As Jessica tries to bolster Jack’s flagging confidence, J.D. drives up with a temper. J.D. blames Jack for stiring up the Tambu and insists that he sorts them out. Jessica says she’ll come along too.
When they arrive at the dig, they find the Tambu being very obstructive to the workers. Jack flies into the action and tells the Tambu that they’ve no chance if they try to win the dispute with violence. The leader of the Tambu calms his people down. Jack explains that his conversation with the minister wasn’t productive and one of the diggers slowly approaches. Jack stands steadfastly in the path of the digger as it bears down on him – it stops just inches away.
At that moment the minister drives up. He runs from his car saying he’d heard of the disturbance over the radio but hadn’t known that Jack was at the centre of it all. The minister asks why there is so much strong feeling about the road. When everyone tries to tell him, he calls for one person only to speak. The Tambu leader asks Jack to speak for them. Jack goes on to summarise both sides of the argument but then he comes to the key conclusion. It shouldn’t be down to the people to argue over where a road is driven through the wilderness. He then says that he doesn’t want to speak for the Tambu who can speak for themselves… He points to some animals running by and says he wants to speak for them, those without voices – and this he does.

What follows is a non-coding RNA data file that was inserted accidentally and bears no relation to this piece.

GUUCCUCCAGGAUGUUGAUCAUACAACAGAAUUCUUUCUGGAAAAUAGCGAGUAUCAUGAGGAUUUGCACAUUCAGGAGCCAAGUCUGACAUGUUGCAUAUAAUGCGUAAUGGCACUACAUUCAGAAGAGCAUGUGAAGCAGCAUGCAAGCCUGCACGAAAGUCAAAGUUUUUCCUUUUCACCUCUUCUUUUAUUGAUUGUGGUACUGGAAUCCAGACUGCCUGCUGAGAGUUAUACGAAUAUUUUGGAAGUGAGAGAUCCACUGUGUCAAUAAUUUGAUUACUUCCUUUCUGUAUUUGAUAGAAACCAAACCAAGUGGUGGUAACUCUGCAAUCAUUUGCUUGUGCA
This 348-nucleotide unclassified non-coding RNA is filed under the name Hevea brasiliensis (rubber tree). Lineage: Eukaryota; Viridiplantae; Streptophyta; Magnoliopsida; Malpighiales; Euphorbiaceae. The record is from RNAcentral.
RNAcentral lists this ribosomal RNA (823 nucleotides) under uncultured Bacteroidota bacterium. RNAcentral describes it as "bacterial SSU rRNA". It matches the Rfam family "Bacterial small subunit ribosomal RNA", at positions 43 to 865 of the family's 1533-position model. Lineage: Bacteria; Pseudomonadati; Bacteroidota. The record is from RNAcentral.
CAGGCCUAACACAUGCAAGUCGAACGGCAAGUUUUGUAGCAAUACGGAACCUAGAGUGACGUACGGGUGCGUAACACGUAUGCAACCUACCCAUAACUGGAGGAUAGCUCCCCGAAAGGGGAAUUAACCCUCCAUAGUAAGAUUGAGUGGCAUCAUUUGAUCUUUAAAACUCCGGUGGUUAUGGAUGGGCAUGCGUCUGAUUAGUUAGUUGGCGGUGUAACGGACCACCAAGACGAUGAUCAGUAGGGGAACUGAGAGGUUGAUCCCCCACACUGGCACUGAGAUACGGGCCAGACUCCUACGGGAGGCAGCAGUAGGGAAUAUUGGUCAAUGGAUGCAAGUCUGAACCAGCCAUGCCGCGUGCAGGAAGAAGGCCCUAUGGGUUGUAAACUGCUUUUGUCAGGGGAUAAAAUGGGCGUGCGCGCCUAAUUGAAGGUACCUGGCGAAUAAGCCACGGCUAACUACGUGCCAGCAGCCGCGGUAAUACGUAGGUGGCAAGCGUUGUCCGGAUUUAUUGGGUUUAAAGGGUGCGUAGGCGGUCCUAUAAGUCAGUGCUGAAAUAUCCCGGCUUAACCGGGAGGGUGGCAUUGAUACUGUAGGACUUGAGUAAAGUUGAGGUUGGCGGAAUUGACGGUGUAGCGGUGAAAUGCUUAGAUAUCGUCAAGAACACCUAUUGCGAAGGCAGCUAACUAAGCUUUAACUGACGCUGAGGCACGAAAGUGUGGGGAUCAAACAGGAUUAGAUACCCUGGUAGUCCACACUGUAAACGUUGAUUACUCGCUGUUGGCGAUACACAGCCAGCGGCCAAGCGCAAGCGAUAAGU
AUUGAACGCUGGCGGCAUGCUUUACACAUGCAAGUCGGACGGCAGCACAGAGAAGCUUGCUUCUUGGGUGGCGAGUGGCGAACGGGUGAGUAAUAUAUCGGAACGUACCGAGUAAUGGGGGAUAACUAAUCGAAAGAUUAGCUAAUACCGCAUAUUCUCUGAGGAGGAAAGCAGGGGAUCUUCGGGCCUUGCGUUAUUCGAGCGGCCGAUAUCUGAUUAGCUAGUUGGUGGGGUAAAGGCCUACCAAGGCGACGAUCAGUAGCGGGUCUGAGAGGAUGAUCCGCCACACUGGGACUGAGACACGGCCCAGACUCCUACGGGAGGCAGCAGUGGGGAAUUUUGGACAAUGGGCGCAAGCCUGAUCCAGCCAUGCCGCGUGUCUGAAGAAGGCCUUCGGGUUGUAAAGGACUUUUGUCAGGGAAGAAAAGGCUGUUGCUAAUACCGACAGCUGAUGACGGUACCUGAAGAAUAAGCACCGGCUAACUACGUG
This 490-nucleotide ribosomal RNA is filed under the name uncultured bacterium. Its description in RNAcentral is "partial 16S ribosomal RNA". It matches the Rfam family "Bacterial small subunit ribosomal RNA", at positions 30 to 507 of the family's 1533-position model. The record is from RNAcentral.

Following his words, the minister is forced to agree with him
“There’ll be no road!”
The wildebeest is seen running free across the land…
THE MICHELE SCARABELLI FACTOR